Parliamentary Question Time on March 27, 2013, was a bad-tempered affair, as David Carter, the struggling new Speaker, clashed with Labour MPs who miss the days when Lockwood Smith obliged ministers to make some effort to actually answer the questions asked of them.
The ill temper culminated with with the final question and a series of supplementaries from Labour deputy leader Grant Robertson to the Prime Minister in his capacity as minister responsible for the GCSB. In the course of answering, John Key made one of the nasty little slights that are, unfortunately, characteristic of his behaviour in the House.
Trevor Mallard, Russel Norman and Winston Peters all rose to express their unhappiness at the Speaker's lenient treatment of the Prime MInister, especially given that Key repeated his slight on Robertson under a point of order. They seemed quite justified in doing so. If Carter can't exercise authority over all members, he shouldn't be Speaker.
Eventually, Mallard and his Labour colleague Chris Hipkins got themselves ejected from the chamber. You can see the whole, sorry incident in a 10-minute clip here.
And that seemed to be the story. The questions, Grant Robertson's poking around with respect to Key's past relationship with GCSB director Ian Fletcher seemed to me -- and I wasn't alone -- as little more than a hopeful bit of fishing. It's a small country. I too, went to the same school as Ian Fletcher. (I can also confirm that Alistair Fletcher was a very bright guy, and is presumably mortified at having his name dragged into this.)
But as Robertson has explained in a blog post, he didn't ask Key about his background with Ian Fletcher: Key volunteered the information, as if he saw something coming. And in his response to Robertson's question:
What role, if any, did he play in recommending the appointment of Ian Fletcher as Director of the Government Communications Security Bureau?
His appointment was made by the State Services Commissioner
Given what we now know, it seems fair to regard this as a lie of omission. Robertson is clearly writing in his own interests in the blog post, but it's really worth reading for his laying out of the way the Prime Minister's account of both his relationship with Fletcher and his role in Fletcher's appointment as the country's top intelligence official evolved over days, of in contradictory and puzzling fashion.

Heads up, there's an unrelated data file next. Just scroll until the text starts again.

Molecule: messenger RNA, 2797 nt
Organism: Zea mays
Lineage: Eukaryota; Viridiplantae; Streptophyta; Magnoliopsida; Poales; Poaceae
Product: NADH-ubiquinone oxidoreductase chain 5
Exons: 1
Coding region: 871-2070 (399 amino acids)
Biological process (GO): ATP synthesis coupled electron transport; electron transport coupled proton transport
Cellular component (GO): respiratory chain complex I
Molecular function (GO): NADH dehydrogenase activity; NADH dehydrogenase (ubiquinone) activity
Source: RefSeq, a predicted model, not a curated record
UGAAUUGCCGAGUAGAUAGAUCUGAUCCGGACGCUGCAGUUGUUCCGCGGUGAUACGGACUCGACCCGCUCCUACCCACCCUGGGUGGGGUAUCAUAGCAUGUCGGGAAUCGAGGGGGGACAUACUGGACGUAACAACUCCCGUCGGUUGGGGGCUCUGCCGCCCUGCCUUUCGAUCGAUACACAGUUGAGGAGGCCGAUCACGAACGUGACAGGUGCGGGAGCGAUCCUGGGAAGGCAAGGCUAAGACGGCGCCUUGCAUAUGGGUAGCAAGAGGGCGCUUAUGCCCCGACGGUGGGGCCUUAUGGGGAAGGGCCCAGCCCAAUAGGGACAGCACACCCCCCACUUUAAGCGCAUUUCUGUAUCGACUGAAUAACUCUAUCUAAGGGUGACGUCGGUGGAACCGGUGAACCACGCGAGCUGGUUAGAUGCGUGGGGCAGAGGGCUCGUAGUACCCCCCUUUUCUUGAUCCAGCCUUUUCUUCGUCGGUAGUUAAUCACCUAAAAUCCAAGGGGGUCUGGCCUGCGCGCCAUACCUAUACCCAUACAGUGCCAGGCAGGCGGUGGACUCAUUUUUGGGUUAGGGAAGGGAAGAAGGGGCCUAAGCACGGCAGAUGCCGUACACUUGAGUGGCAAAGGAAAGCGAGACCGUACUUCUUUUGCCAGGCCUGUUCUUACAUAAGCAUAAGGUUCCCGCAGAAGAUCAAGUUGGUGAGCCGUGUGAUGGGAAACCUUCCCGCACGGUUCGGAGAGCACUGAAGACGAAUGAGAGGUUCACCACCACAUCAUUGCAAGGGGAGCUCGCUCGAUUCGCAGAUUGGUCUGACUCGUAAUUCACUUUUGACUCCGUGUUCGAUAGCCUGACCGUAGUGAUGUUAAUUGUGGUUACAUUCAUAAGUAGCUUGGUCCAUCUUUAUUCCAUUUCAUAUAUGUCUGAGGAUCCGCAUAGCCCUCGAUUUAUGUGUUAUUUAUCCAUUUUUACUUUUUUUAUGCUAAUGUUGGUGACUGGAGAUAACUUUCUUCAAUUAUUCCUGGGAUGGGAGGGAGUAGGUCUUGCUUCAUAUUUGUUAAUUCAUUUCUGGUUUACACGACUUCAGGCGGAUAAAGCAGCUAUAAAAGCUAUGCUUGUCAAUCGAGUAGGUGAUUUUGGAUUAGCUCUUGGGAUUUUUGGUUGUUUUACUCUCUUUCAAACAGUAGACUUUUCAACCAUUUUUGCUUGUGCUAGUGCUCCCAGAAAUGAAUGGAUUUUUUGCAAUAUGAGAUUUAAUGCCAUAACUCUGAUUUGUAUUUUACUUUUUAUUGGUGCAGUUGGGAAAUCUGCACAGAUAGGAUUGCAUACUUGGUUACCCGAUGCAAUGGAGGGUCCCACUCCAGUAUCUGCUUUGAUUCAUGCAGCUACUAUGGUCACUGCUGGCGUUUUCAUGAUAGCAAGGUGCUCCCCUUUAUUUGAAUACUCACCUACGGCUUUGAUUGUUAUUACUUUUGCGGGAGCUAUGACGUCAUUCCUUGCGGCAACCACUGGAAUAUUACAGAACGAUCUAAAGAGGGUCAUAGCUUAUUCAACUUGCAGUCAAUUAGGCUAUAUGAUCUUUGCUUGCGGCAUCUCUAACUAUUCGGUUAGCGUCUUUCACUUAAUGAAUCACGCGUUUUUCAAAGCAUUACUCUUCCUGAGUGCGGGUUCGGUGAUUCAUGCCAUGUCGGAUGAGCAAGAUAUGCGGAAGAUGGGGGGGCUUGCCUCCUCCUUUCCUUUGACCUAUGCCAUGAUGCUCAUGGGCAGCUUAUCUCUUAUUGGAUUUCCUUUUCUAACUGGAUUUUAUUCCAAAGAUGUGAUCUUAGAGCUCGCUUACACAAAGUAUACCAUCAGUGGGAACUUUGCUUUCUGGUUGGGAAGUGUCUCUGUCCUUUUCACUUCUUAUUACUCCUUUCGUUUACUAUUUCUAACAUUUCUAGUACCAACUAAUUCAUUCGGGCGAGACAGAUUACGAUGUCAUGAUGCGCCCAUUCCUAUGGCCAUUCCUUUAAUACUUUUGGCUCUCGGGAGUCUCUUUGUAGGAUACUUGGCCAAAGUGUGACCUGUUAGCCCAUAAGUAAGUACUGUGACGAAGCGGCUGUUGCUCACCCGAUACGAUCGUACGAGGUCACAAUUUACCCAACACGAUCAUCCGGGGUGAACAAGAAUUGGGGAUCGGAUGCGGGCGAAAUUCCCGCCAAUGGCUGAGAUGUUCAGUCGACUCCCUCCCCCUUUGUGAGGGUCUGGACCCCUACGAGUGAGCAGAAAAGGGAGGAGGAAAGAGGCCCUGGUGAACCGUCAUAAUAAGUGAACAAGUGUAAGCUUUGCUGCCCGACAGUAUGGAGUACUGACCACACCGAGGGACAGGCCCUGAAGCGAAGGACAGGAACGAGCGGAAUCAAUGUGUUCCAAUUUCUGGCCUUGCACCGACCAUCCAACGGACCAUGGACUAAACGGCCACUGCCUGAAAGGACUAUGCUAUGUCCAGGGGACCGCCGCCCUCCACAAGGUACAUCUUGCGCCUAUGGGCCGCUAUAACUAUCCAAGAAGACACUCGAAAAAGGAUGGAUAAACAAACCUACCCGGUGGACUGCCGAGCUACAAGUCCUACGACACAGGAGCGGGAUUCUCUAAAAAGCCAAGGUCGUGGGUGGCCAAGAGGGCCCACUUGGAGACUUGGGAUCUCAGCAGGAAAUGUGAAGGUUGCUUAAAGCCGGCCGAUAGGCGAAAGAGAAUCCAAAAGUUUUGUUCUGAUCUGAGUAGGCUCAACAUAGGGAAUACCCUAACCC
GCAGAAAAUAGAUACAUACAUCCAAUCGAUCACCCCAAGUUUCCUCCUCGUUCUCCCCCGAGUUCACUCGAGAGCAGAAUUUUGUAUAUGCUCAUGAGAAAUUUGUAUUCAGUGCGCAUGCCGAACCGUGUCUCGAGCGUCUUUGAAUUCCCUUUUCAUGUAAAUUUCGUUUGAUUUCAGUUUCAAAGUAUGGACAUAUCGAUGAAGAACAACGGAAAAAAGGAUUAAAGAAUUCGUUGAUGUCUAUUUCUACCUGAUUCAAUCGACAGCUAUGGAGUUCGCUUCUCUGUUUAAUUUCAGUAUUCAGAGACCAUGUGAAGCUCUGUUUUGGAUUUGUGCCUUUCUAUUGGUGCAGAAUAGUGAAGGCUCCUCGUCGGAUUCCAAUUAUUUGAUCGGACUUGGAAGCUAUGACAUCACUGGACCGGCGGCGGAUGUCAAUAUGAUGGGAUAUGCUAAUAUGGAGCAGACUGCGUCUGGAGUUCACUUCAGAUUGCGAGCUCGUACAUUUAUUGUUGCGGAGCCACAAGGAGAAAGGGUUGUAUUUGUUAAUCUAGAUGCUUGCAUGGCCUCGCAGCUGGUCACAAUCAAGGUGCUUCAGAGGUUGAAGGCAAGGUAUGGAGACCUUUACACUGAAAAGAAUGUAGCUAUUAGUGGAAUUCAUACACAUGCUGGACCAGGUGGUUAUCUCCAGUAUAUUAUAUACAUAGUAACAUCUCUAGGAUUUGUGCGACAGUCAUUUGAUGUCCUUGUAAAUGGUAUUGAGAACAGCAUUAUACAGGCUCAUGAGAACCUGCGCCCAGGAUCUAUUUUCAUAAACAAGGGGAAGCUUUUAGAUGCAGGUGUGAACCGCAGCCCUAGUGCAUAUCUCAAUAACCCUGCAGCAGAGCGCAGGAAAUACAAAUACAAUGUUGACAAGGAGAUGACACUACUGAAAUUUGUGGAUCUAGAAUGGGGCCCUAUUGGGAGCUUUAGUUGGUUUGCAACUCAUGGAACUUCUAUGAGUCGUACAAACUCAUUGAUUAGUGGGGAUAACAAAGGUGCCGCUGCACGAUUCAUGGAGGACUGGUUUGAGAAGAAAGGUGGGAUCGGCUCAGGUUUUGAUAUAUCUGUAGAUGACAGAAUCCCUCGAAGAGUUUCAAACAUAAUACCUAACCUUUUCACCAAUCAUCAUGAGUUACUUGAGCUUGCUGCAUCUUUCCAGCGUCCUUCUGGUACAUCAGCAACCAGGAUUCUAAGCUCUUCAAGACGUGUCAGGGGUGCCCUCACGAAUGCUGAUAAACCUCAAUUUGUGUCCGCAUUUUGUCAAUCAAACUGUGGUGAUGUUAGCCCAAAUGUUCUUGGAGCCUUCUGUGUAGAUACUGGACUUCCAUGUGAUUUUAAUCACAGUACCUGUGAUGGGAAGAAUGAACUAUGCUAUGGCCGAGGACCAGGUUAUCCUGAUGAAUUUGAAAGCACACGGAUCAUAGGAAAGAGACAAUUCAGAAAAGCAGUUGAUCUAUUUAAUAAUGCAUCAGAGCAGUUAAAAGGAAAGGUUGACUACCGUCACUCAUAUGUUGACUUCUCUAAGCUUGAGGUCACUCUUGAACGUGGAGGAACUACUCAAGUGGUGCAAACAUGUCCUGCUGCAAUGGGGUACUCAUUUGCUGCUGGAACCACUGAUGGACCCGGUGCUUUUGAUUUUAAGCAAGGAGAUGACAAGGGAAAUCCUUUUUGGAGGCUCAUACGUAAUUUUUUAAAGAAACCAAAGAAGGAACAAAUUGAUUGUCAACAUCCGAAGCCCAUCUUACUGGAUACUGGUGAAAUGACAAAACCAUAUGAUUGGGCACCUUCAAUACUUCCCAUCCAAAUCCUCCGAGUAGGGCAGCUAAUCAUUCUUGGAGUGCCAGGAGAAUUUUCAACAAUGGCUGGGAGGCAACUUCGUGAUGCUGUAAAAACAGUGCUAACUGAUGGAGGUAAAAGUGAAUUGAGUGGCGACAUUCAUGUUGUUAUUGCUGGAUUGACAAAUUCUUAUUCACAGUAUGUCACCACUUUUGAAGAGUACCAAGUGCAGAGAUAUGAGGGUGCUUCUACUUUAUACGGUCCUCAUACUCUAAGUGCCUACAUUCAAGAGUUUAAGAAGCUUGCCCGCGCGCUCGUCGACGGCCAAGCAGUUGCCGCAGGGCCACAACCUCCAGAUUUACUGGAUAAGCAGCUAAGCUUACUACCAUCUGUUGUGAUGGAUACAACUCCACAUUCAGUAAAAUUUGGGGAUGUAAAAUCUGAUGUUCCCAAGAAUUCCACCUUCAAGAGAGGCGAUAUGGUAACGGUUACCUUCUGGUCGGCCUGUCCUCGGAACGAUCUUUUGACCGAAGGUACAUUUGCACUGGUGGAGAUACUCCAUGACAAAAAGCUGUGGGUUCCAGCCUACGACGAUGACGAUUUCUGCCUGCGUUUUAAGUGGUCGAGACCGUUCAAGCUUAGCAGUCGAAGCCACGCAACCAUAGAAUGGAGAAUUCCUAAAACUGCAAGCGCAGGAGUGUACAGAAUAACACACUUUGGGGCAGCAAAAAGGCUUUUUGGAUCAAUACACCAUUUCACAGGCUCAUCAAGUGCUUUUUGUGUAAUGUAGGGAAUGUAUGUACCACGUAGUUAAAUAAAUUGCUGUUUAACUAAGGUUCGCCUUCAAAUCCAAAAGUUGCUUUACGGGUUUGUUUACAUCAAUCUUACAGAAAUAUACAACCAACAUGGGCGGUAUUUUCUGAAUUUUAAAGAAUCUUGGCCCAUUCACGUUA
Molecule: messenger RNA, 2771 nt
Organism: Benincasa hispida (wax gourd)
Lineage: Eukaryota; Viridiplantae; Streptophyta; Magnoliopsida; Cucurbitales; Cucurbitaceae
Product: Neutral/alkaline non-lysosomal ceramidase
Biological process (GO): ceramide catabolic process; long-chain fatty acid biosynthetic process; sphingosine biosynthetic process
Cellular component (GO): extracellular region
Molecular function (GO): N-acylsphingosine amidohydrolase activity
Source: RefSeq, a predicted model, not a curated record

I think it's possible to honestly take the view that while Key's personal shoulder-tap of Fletcher -- without telling the State Services Commissioner Iain Rennie -- might have been unusual, it wasn't improper per se, and neither was the ditching of the entire short-list for the job in favour of Fletcher. On the other hand, John Campbell's magnificent interview with Rennie did a great job of setting out reasons for concern about it.
(Brian Edwards' railing on The Panel about Campbell's conduct towards Rennie is just bizarre. It was a well-structured, probing and courteous interview; one informed by the previous work Campbell Live has done on the Kim Dotcom case. I wonder how much of Edwards' commentary on Campbell stems from some personal animus. The same may apply to Robertson. I can't think of any other explanation.)
But what can't be denied is that this whole affair indicates further that when he is questioned about his actions, the first instinct of Prime Minister John Key is to dissemble, divert and develop amnesia. This isn't good enough. We are supposed to be able to trust the Prime Minister. His subsequent "knucklehead" hissy fit, in which he declared his intention to refuse questions about his own actions unless he has been warned about them in advance, was appalling.
Yes, sometimes Prime Ministers respond this way. Helen Clark certainly made a meal of her questioning about Corngate from the "little creep" Campbell. That response did not reflect well on her. But she did eventually enjoy the support of the Broadcasting Standards Authority in believing she was due more warning before being asked to respond to accusations about a partcularly complex series of official decisions. And she didn't declare an intention to refuse to answer any further questions about anything from "knucklehead" journalists unless she'd been tipped off.
Because the internet never forgets, there is an extra level of richness here. Back in 2007, Gerry Brownlee declared the death of a neutral public service over a similar case, involving Labour minister David Parker's role in the hiring Clare Curran for a communications job at the Environment minister -- an affair in which another comms worker, Erin Leigh, was treated very poorly. National crusaded on this for months.
But that was about the hiring of a ministry PR person. The present matter involves the country's most senior intelligence official, whose only oversight comes from the minister alleged to have overridden an appointments process that is meant offer some assurance to the public. It's vastly more serious.
The response from the footsoldiers has been predictable -- and in the case of Cameron Slater, quite farcical. Your conspiracy about journalists is based on a map of Twitter mentions? Really?
As Bryce Edwards notes in an epic roundup, the general reaction from the press and bloggers to yet another "brainfade" episode has been considerably harsher. It is becoming hard not to see John Key as a man who not only regularly fails to meet the standards expected of a Prime Minister, but who does not even understand what those standards are.